By James D. McCabe
Once you've seeded the evaluation process, had discussions with colleagues about finding top prospects for your networking projects, and gathered data on top prospects, the fourth step is refining your criteria to ensure that you make the best choices.
Now that you have additional information regarding your criteria (from the data gathering exercise), you can use this information to refine the criteria. Often, in gathering and developing data, we learn that there are some new criteria that should be added; that some existing criteria are not as appropriate as first thought and perhaps should be removed; or that some criteria should be modified according to the new information. The result is a refined and better set of evaluation criteria.
In order to apply these evaluation criteria to your list of candidates, you should have some way to compare and contrast the candidates. This is commonly done with a system of ratings. Ratings show how the candidates compare to one another. Ratings are applied with criteria (which you already have) and weights that show the relative importance of each criterion. In this section we are concerned with developing weights for our criteria. Although this is one of the more subjective parts of the process, it is necessary in order to make selections from your list.
In our example we had the following initial criteria: costs, technology, performance, and risks. From our data gathering we learned that costs should be separated into initial costs and recurring costs, and that other criteria should be added: standards compliance, available services, operations, and scalability. If our seed set of two candidates expanded into five design candidates, our evaluation chart would look something like Figure 10.8. Note that we have a column for relative weights, and a row to total the ratings for each candidate, both of which we have yet to complete.
In this figure we have nine criteria. Each criterion will be given a weight based on the importance of that criterion to the evaluation. This is determined through group discussion, which may include voting on suggested weights. The range of weights that you apply is not as important as maintaining consistency throughout your evaluation. One common range for weights across the set of criteria is 0–1, where 0 means that that criterion has no importance to your evaluation, 1 means that it has the highest importance to your evaluation, and any value in between indicates that criterion's degree of importance. (Note that you could decide that all criteria are equal, in which case you need not assign weights, or you could give each criterion a weight of 1.)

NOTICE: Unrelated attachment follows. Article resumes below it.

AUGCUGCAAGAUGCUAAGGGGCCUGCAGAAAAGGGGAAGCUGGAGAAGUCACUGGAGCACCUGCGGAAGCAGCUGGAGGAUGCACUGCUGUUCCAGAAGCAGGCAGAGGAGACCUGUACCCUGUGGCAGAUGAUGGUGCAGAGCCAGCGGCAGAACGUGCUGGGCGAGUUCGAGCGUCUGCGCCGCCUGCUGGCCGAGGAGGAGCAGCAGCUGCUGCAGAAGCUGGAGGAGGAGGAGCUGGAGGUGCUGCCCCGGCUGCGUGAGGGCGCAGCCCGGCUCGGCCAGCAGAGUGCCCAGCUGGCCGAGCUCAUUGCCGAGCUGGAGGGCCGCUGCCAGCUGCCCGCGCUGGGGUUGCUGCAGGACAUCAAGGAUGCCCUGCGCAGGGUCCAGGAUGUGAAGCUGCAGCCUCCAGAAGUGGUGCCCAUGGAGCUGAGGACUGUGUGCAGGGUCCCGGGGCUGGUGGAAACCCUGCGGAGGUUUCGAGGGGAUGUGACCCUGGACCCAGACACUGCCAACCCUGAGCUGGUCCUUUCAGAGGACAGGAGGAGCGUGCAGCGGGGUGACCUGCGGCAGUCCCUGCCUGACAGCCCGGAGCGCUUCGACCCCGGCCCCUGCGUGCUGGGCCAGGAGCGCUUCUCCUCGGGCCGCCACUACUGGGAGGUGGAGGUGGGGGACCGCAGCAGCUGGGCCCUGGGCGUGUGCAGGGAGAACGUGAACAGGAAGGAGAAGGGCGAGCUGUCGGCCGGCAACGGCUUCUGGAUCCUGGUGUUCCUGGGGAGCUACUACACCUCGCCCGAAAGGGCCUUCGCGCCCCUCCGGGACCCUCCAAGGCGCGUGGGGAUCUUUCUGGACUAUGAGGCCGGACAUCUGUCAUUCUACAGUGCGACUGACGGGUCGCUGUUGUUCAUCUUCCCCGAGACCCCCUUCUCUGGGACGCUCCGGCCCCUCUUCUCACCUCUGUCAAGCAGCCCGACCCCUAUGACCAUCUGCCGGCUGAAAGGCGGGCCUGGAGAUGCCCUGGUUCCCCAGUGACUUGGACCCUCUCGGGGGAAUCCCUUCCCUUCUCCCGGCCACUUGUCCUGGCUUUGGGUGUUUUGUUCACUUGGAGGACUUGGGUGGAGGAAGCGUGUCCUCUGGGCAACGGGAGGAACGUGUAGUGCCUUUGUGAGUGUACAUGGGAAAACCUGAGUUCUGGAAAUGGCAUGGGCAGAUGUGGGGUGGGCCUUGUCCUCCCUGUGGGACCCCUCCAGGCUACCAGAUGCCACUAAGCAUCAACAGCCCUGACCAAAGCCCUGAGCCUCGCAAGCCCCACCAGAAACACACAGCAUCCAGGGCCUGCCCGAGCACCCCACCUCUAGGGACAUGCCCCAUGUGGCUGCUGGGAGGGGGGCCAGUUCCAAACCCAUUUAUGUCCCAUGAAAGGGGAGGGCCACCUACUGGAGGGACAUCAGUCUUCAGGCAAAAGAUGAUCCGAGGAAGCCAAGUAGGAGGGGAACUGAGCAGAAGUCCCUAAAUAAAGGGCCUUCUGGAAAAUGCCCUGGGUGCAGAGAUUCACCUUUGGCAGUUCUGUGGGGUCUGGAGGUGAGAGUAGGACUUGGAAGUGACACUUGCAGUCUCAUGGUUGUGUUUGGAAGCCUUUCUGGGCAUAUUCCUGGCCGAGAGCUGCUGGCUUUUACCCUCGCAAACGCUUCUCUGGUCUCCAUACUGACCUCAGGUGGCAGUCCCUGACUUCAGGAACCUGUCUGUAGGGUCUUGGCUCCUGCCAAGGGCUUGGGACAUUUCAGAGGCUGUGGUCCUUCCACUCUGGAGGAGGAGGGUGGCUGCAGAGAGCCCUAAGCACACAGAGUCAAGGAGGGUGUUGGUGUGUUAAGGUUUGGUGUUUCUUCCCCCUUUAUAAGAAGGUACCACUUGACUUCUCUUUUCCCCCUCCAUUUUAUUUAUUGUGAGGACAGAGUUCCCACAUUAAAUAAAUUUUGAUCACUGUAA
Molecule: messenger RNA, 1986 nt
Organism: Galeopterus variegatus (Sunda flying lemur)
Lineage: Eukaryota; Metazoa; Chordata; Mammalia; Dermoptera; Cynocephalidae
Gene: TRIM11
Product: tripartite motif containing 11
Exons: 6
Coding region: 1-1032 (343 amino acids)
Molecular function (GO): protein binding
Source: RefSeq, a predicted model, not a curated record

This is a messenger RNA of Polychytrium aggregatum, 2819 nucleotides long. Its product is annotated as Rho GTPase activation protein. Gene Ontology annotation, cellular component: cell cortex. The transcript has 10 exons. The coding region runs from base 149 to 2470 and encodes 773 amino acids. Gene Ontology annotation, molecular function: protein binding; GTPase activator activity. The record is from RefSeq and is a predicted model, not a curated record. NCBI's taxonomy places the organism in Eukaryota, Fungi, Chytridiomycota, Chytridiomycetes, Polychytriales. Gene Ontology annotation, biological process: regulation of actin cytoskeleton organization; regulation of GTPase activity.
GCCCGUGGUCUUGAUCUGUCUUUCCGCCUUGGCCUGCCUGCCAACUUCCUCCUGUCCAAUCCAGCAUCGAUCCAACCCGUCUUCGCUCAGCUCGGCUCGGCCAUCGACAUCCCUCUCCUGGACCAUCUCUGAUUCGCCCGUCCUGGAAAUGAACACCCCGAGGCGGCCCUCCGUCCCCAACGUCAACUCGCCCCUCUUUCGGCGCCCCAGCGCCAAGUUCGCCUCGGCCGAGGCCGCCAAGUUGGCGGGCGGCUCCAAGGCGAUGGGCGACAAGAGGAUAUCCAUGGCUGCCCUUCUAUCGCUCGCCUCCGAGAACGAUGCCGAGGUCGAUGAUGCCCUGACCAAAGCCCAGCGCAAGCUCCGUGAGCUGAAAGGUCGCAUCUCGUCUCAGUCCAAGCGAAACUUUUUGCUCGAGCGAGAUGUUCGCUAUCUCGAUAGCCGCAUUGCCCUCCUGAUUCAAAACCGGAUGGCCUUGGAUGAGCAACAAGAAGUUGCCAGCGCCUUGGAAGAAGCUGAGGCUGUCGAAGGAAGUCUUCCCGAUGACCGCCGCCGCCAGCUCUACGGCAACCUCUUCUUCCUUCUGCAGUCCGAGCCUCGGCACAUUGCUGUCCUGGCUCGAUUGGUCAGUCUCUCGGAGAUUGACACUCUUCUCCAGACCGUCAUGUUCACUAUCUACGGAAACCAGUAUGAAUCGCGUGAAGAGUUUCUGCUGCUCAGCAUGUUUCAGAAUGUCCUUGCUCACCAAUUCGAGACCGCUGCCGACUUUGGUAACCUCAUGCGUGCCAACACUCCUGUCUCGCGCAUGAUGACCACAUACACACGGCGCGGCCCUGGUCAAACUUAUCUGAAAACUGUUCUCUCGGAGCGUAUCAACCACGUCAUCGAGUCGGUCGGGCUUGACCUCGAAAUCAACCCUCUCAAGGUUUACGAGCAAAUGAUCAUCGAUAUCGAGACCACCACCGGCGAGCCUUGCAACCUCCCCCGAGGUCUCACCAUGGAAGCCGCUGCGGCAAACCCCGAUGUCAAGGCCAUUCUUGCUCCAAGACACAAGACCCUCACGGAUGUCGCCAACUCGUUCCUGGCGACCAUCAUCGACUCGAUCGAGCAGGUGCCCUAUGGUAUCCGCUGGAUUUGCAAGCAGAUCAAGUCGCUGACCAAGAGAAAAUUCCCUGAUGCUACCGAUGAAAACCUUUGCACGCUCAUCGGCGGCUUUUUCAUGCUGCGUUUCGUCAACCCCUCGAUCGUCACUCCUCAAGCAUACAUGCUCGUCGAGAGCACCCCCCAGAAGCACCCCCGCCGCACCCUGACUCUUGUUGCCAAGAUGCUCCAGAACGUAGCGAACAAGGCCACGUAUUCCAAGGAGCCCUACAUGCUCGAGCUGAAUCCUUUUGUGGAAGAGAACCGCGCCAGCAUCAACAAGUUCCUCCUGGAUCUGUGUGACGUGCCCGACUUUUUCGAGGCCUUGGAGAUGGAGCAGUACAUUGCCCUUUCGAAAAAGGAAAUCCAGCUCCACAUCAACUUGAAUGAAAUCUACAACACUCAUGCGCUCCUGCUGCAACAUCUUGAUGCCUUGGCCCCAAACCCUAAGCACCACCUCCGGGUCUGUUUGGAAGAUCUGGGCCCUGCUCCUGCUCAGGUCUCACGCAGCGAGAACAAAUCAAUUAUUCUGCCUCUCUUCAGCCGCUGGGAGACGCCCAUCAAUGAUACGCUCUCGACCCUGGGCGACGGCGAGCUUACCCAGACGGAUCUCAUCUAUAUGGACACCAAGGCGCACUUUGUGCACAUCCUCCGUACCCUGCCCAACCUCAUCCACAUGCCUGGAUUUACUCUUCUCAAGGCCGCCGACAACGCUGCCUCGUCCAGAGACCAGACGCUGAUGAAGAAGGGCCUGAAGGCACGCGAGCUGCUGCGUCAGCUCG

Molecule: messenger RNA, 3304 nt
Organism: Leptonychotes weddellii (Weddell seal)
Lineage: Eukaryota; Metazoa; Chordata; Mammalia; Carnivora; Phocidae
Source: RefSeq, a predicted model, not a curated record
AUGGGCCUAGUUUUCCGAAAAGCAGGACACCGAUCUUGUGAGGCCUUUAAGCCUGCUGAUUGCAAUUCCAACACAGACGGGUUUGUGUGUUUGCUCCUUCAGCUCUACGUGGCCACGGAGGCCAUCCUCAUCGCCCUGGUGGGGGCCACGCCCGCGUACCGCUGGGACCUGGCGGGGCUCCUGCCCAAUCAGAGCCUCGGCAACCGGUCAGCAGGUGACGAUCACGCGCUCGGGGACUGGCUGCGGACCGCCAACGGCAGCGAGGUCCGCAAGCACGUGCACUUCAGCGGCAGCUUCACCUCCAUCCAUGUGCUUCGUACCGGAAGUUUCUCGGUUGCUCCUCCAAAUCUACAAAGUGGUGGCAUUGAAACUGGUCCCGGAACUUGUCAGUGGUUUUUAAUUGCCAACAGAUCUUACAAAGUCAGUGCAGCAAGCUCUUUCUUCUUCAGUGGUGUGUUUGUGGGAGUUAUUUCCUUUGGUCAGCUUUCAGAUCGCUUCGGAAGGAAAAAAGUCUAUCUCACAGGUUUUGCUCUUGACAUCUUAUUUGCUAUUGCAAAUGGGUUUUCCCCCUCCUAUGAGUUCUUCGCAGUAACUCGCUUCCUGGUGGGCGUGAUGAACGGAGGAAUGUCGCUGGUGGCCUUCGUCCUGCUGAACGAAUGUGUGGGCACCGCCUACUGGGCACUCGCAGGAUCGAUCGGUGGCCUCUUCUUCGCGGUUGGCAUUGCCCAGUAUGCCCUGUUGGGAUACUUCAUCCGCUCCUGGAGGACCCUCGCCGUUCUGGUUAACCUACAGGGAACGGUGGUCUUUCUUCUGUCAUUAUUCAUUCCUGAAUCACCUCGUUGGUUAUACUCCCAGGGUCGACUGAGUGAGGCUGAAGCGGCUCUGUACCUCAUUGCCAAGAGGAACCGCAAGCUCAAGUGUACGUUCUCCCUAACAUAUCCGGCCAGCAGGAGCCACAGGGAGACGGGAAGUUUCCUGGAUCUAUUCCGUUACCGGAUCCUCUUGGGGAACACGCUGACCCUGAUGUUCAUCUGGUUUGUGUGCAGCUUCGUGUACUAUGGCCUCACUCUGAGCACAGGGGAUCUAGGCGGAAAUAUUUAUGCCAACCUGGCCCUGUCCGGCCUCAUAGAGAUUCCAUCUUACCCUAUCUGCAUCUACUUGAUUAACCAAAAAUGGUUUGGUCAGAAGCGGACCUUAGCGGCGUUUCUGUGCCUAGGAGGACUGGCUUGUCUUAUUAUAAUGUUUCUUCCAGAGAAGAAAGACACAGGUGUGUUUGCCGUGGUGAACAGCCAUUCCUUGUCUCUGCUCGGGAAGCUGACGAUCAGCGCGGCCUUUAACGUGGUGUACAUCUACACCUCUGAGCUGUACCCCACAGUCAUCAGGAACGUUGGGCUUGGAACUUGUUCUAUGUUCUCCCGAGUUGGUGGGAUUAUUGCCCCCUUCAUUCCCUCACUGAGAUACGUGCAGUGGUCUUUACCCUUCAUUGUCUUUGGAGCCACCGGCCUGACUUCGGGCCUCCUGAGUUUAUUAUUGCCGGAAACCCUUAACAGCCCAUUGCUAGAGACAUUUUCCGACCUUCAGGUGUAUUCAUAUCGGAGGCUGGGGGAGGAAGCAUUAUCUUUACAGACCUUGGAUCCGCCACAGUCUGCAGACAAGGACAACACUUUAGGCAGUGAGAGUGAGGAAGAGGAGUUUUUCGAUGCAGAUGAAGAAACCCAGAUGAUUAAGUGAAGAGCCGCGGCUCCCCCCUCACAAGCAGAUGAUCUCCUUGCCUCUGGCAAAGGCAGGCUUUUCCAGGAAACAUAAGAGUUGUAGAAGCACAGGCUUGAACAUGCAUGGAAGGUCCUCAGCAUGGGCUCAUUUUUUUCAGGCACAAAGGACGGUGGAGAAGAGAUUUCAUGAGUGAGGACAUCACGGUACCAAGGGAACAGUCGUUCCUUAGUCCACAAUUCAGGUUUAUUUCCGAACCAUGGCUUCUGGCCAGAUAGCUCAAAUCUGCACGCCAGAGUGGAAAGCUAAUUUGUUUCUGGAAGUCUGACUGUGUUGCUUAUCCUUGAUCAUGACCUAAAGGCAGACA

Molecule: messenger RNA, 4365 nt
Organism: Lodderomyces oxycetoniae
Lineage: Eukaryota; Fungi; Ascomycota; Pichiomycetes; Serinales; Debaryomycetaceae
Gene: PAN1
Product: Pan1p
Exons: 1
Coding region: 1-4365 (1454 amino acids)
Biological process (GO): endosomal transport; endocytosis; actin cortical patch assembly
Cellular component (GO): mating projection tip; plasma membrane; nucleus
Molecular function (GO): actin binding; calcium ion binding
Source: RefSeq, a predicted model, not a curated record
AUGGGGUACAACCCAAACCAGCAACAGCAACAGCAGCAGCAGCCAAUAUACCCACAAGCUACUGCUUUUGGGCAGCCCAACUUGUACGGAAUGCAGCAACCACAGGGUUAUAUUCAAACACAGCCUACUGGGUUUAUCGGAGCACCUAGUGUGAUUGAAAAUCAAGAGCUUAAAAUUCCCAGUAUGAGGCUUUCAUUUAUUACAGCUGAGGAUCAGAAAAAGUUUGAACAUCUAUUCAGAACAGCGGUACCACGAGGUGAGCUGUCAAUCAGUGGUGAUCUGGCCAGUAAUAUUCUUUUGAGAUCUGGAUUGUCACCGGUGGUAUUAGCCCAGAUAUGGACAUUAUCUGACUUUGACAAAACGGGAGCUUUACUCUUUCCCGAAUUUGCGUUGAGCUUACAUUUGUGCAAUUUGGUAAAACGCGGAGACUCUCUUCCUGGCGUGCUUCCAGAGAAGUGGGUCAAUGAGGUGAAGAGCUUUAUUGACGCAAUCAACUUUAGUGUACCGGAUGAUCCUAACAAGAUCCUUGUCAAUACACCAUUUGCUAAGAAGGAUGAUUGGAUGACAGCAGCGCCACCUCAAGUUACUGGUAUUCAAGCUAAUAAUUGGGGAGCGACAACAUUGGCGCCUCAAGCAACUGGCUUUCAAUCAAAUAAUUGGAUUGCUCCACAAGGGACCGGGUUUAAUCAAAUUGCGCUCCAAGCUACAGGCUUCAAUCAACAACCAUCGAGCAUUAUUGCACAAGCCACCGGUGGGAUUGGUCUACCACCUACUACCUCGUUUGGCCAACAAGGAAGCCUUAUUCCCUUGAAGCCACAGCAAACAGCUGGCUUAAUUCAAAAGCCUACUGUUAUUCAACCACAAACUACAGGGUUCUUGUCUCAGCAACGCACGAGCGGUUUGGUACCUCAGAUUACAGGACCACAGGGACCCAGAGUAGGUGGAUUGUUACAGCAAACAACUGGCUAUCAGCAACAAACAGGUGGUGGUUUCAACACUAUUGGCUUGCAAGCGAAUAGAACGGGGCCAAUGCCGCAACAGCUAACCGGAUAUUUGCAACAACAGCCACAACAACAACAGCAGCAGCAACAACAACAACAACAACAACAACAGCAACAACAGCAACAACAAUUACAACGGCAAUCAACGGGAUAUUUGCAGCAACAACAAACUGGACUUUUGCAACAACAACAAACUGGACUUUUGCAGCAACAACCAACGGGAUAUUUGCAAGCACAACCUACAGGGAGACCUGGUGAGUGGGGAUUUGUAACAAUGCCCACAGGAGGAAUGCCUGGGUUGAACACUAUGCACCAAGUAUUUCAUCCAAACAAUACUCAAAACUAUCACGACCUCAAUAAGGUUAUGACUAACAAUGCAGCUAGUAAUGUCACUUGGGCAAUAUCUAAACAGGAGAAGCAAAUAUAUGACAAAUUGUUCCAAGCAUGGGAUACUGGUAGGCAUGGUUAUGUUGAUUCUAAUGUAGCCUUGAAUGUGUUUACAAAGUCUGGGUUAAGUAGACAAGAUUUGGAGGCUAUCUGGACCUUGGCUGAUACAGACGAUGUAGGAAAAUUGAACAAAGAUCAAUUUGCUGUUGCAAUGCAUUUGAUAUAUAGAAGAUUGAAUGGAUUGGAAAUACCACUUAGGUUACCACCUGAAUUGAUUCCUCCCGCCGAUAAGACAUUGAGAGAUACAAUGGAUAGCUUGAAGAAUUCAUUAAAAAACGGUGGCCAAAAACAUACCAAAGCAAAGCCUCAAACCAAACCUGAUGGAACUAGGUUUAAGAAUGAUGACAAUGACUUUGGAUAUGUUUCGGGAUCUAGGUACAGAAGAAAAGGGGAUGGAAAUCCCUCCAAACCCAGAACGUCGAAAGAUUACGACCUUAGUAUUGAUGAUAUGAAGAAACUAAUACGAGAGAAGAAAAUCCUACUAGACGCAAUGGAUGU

For our example we would take the data gathered so far, along with our refined sets of criteria and candidates, and conduct a discussion regarding how to weight each criterion. Using a range of 0–1, Figure 10.9 shows how the weights might be applied.
FIGURE 10.8 A refined set of evaluation criteria
FIGURE 10.9 A set of evaluation criteria with relative weights added
In this figure recurring costs are weighted highest, followed by risks, initial costs, and performance. Operations and technology are weighted in the middle of the scale, while standards compliance, available services, and scalability are weighted the least. By looking at this comparison chart, you can see the importance the evaluation team places on each criterion.
It is useful to write down how you arrived at each weight and keep this as part of your documentation. If you are ever asked why certain criteria were weighted higher than others, you will be happy to have it documented. I have found that memory does not serve well here: There have been times when I was certain I would remember the reasons for a particular weight (it seemed obvious at the time), only to forget when asked later.
There are additional ways to develop weights for criteria. As discussed during the analysis process, some characteristics that we can apply to criteria are urgency, importance, and relevance. Urgency is a measure of how time-critical the criterion is; importance is a measure of how significant the criterion is to this project; and relevance is a measure of the appropriateness of this problem to the project. The default characteristic is importance.
Each criterion can be evaluated in terms of urgency, importance, and relevance, and a weight assigned to the criterion that is based on all three characteristics. Then the candidates can be evaluated as in the previous example.
In the next section our weights are used with ratings based on how each candidate fares relative to one another for a given criterion.
Evaluating vendors and service providers for networking projects
How to choose vendors, tools and service providers
Seeding the evaluation process
Having conversations about prospective networking partners
Gathering data on prospective networking partners
Refining your criteria for prospective networking partners
Developing ratings for prospective networking partners
Modifying the list of prospective networking partners
Determining the order of evaluations for networking partners
Reproduced from Chapter ten of the book Network Analysis, Architecture, and Design by James D. McCabe. Copyright 2007, Morgan Kaufman Publishers, an imprint of Elsevier Science. Reproduced by permission of Elsevier, 30 Corporate Drive, Burlington, MA. Written permission from Elsevier is required for all other uses.
This was first published in August 2007